I was raised to always put my “best foot forward.” When meeting and interacting with new acquaintances, it makes perfect sense to put on your best face and cover up your flaws. However, this didn’t always serve me well in my position as a librarian. I worked in a library with beautiful facilities: marble floors, hardwoon moulding, plush leather furniture hand-picked by a beloved donor. When you walked into this library, it was very easy to be swept up in how lovely the scene was, to be enchanted sitting in a windowed reading nook for the afternoon.

Behind the “staff only” doors, however, the library was (literally and figuratively) a mess. While we strove to put our best foot forward, there was a jumble on half-completed projects and downright disgraceful disorganization that needed to be dealt with. The collection was not completely cataloged, and no books were labeled or barcoded. Some 35 archival collections needed to be accessioned, organized, and assessed for condition, and finding aids generated. A massive donation of duplicate books needed to be appraised and the worst-conditioned sold in the library’s annual book sale. And there was a hidden room in the basement that had attracted the detritus of of years: if the staff didn’t know how to handle it, it went in the basement.

The library, however, lacked resources to handle these situations: there was no funding for more staff, and the library didn’t have a volunteer program. When once I let slip that we had some real challenges to a visitor, they were shocked. “How could that be?” she asked. “This place is immacualte. I had no idea you would have difficulties running this wonderful library.” We were victims of our successful “best foot forward.” While our patrons loved our library, they literally had no idea we might need their help and support to keep things running.

I think many (if not most) libraries have mythologized themselves. Libraries have been idealized to the point of the magical, and librarians have been cast in the role of the magicians making it all work. To be sure, most libraries will be better positioned than my library was. Most libraries have at least basic funding, a volunteer program, and support from a Friends of the Library group. But I’m sure all the library staff reading this can think of some shortfalls in resources in their library. In an era where libraries are facing tremendous pressures and municipal budgets are being cut, it’s no secret that our libraries have needs. But how are we communicating those needs? Are we tempted to cover up our needs, papering over them in the interests of “keeping things running”? We run the risk of hurting ourselves when we take this notion too far.

Back to my little library with a “best footforward” image problem. How did we go about solving things? We didn’t want to turn our patrons off by doing tours of the messy room in the basement. But we also had a long way to go to build our volunteer base from scratch. It took patience regarding all our needs and projects, and a policy of strategic honesty. When giving tours of our facilities, it became paramount to highlight all the ways that our patrons could help us. We advertised for library science interns, and I’m thrilled to report that we had quite a few come through our doors. Our archival collections would never have been wrangled without their help. Finally, when making some choices about our displays, we didn’t always go for the highest-quality solution. Sometimes we allowed our patrons to see the limitations of what we could do.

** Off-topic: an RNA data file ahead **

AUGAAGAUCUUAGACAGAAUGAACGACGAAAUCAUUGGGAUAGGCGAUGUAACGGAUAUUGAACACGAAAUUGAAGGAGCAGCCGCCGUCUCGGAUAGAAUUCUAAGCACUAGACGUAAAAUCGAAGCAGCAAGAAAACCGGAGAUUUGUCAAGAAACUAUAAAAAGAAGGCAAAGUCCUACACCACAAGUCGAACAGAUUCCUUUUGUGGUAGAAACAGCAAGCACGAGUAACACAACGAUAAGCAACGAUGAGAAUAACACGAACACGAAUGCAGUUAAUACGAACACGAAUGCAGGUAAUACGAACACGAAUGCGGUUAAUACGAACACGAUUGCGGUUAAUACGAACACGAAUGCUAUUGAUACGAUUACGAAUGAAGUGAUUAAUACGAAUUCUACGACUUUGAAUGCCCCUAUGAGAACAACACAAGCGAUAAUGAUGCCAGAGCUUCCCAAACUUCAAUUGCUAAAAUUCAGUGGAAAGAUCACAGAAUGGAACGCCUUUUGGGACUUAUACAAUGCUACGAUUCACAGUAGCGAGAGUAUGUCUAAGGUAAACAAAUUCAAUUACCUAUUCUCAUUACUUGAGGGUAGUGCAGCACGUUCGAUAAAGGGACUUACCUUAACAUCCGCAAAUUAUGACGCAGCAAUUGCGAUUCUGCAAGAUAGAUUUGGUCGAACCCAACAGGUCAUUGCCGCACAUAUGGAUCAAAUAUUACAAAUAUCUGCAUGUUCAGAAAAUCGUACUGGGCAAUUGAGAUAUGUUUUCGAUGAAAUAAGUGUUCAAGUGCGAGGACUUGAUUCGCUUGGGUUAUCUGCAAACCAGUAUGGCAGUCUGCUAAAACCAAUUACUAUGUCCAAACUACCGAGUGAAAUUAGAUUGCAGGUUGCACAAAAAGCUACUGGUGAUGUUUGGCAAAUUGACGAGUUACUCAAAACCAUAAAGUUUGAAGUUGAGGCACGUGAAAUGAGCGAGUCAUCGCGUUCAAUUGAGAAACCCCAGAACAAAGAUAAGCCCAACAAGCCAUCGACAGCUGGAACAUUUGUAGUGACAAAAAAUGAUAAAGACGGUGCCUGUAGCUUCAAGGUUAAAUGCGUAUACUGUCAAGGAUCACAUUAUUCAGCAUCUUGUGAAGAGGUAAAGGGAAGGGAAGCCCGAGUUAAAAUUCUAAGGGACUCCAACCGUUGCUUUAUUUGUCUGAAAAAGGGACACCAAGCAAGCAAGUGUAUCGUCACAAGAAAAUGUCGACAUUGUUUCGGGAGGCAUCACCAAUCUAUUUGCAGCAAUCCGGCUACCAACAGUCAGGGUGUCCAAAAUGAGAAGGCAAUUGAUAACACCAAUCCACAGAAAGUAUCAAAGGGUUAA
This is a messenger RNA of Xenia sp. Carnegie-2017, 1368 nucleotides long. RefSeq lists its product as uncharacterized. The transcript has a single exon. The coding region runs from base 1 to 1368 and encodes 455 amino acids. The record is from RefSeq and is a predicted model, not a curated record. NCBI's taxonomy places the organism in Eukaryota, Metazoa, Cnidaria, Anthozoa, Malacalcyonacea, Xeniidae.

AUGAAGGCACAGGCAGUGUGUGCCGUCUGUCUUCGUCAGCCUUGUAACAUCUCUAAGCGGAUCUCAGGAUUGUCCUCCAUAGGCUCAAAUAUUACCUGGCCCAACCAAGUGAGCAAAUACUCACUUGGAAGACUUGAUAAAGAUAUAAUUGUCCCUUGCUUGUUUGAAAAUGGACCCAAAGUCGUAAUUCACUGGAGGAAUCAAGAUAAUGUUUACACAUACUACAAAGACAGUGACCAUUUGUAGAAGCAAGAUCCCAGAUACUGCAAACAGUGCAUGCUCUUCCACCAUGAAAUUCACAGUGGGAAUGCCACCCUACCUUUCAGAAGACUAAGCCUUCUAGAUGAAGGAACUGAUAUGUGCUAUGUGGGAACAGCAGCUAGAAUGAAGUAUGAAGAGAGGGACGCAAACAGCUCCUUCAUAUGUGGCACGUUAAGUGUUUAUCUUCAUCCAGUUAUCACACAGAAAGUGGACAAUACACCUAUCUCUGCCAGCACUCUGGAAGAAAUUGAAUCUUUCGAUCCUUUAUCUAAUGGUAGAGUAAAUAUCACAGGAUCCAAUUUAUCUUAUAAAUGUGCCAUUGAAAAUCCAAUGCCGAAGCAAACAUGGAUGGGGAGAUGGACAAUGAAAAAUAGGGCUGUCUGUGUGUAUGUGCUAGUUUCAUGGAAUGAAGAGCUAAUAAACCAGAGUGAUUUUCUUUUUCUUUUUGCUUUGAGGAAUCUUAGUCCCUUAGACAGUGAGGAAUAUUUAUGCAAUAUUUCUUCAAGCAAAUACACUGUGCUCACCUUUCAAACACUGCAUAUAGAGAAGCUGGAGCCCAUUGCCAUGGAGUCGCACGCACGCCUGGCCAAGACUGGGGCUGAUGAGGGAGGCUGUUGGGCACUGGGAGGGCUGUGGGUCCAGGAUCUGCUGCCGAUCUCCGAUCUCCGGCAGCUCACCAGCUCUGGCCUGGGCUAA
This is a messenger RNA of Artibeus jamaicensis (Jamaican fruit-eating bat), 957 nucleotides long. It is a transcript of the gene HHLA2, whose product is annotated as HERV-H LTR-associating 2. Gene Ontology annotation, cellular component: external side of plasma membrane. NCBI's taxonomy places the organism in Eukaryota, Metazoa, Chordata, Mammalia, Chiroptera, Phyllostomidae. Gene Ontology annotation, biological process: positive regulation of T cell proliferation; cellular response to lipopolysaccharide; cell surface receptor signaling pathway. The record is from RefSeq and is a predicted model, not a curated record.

For example, when our library started marketing itself online, we launched our own blog. The blog ended up being a tremendous success, attracting thousands of readers around the globe. The blog allowed us to dive deeply into our collections, opening up access to the content of our archives and rare books with readers who couldn’t physically visit our library. But a real debate took place when we launched the blog about whether or not to pay a large sum to integrate the blog into our website. In the end, we chose to found the blog on the WordPress.com free platform. We would have had to really stretch to find the funding for full integration, and we felt it was more honest to let our patrons know that we had to opt for the free version. In the end, we didn’t sacrifice any functionality and still found great success without paying the cost for the nicer-looking version.

I think that the mythology of perfection is a broad phenomenon in our culture, and it does great harm. From American history to unrealistic body expectations, the drive to appear perfect can be something of a hallmark of our society. Libraries aren’t immune to this phenomenon, and our profession’s narratives about heroic librarianship have compounded this fact. I’ve known librarians who were very afraid of showing off the flaws in the library because they thought it would damage the patrons’ faith in the library as an institution. But when we craft a careful policy of “honest foot forward” instead of “best foot forward,” we open an avenue for deeper, more symbiotic relationships with our patrons and donors. When they don’t know how deep your needs run, they won’t advocate for your honest reality. And when we show ourselves as we truly are, we invite our patrons to become part of our organizational family. When that happens, we become more powerful, not less.